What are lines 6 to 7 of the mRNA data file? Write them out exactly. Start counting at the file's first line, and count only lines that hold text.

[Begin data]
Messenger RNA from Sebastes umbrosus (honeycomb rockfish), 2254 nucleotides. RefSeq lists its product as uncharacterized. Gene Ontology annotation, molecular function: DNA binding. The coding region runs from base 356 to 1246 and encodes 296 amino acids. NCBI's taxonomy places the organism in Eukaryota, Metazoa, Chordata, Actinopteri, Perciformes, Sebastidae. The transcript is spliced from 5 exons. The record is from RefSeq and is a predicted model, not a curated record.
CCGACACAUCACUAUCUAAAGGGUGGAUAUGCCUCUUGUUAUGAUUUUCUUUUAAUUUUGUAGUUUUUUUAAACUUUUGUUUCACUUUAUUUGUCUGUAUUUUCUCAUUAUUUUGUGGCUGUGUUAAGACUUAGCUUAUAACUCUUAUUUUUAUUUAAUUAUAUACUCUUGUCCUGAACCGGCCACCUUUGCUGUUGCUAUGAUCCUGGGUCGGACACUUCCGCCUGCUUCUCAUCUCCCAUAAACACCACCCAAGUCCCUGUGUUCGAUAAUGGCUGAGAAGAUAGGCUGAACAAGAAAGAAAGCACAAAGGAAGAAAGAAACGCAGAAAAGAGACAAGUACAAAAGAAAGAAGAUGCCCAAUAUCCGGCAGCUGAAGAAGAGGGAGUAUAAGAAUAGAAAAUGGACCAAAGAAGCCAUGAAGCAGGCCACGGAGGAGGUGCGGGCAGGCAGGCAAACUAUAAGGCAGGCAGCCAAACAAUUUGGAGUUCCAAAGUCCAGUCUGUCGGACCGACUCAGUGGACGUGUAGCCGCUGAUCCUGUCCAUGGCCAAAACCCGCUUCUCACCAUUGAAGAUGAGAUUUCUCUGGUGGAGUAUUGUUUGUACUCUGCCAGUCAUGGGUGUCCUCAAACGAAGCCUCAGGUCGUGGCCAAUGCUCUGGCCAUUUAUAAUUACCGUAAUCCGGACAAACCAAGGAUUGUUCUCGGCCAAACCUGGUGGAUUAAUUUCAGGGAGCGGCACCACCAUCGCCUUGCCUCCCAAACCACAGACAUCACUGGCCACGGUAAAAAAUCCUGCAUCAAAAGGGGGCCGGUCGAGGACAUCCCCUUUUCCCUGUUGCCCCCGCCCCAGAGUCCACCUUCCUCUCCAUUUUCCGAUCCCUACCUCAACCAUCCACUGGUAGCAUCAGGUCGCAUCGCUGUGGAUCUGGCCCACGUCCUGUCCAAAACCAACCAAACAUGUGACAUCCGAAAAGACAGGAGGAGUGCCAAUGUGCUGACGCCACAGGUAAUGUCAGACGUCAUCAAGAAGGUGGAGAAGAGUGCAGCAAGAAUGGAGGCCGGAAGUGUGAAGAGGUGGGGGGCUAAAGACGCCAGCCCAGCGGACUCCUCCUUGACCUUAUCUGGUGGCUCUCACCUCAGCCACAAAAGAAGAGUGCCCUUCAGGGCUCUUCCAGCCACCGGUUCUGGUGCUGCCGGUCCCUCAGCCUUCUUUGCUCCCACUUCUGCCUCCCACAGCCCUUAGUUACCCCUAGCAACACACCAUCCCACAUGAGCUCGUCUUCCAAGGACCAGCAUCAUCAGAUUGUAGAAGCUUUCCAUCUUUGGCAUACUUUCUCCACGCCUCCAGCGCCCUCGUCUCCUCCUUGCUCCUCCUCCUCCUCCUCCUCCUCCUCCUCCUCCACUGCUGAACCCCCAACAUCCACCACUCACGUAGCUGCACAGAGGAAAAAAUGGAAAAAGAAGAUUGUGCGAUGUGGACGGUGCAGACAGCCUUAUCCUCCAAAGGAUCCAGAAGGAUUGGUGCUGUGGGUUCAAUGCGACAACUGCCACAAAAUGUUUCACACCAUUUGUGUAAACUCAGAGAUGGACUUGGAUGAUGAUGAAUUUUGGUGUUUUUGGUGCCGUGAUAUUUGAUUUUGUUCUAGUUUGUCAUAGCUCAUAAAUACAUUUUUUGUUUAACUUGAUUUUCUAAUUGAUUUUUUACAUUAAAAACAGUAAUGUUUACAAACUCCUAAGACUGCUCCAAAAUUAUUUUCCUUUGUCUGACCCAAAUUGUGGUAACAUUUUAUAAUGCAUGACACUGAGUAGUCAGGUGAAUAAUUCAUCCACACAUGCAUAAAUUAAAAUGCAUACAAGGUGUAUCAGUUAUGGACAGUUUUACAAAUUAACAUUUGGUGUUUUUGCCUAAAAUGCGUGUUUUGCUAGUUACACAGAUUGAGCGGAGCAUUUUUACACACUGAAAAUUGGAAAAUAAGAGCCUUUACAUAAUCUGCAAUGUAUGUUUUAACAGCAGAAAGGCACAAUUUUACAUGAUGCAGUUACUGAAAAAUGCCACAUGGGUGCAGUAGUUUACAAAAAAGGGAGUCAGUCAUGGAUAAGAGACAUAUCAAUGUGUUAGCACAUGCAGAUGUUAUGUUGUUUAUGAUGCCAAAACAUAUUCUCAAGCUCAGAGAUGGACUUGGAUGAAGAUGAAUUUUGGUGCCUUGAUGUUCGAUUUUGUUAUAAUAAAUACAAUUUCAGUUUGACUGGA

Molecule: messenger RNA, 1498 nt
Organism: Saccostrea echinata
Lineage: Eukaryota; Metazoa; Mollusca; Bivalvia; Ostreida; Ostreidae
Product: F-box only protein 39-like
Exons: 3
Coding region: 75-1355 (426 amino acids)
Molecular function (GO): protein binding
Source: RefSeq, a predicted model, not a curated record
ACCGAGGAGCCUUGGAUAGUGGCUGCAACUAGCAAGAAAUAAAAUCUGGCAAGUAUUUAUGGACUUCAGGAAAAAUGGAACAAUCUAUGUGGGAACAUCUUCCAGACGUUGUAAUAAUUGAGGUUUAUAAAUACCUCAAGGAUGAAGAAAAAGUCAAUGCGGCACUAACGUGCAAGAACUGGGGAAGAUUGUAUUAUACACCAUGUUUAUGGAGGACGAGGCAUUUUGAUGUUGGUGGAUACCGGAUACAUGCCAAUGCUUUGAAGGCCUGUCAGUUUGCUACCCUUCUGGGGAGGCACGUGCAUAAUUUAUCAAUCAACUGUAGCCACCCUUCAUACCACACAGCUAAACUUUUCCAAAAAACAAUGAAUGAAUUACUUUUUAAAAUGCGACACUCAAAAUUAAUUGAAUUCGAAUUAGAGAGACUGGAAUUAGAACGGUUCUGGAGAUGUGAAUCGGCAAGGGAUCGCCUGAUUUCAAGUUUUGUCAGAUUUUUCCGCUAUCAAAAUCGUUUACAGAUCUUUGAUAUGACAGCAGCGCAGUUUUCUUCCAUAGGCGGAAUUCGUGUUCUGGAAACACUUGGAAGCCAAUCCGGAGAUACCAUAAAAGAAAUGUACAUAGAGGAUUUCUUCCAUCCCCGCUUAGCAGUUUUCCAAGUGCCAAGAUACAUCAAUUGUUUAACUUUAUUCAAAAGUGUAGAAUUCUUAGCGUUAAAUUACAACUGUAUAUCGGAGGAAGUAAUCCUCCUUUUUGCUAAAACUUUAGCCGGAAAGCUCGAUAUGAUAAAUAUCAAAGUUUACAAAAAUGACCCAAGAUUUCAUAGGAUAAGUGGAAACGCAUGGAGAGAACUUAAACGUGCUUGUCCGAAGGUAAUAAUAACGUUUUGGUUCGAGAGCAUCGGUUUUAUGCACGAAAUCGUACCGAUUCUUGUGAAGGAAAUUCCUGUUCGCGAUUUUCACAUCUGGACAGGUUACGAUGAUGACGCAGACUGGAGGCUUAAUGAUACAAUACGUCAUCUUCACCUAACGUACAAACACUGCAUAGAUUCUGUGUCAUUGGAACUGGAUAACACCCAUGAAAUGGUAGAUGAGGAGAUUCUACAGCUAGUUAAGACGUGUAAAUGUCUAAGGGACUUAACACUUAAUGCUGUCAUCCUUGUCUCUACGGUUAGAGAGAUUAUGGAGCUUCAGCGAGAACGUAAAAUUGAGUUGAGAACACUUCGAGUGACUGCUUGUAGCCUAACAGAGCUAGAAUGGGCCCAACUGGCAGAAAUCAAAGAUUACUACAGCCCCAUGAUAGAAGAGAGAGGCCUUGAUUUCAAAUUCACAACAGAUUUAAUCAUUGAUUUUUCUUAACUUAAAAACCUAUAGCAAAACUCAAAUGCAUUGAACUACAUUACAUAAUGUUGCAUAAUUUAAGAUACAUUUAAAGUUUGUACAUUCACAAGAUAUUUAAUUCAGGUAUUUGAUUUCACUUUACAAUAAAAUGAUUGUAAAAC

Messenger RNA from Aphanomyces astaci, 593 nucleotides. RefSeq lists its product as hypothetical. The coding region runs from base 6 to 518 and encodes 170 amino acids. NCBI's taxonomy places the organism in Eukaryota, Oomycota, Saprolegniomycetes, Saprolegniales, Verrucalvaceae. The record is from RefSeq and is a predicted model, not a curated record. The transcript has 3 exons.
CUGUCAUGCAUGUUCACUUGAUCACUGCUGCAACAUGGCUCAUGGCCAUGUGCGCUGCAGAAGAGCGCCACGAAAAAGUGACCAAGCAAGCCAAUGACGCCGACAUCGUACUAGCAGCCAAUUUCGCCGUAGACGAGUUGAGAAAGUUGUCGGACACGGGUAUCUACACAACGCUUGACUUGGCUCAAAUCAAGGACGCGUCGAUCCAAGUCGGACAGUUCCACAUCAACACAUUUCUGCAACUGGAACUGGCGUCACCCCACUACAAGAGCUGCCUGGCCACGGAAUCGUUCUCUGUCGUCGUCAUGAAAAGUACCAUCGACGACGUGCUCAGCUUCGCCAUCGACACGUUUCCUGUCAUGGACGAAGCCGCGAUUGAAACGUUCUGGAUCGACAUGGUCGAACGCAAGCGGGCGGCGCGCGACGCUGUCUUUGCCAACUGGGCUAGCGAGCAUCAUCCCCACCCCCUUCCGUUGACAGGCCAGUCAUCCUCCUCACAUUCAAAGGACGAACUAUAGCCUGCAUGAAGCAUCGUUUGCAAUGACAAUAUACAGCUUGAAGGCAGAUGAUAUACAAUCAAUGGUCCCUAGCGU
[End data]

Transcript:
Product: F-box only protein 39-like
Exons: 3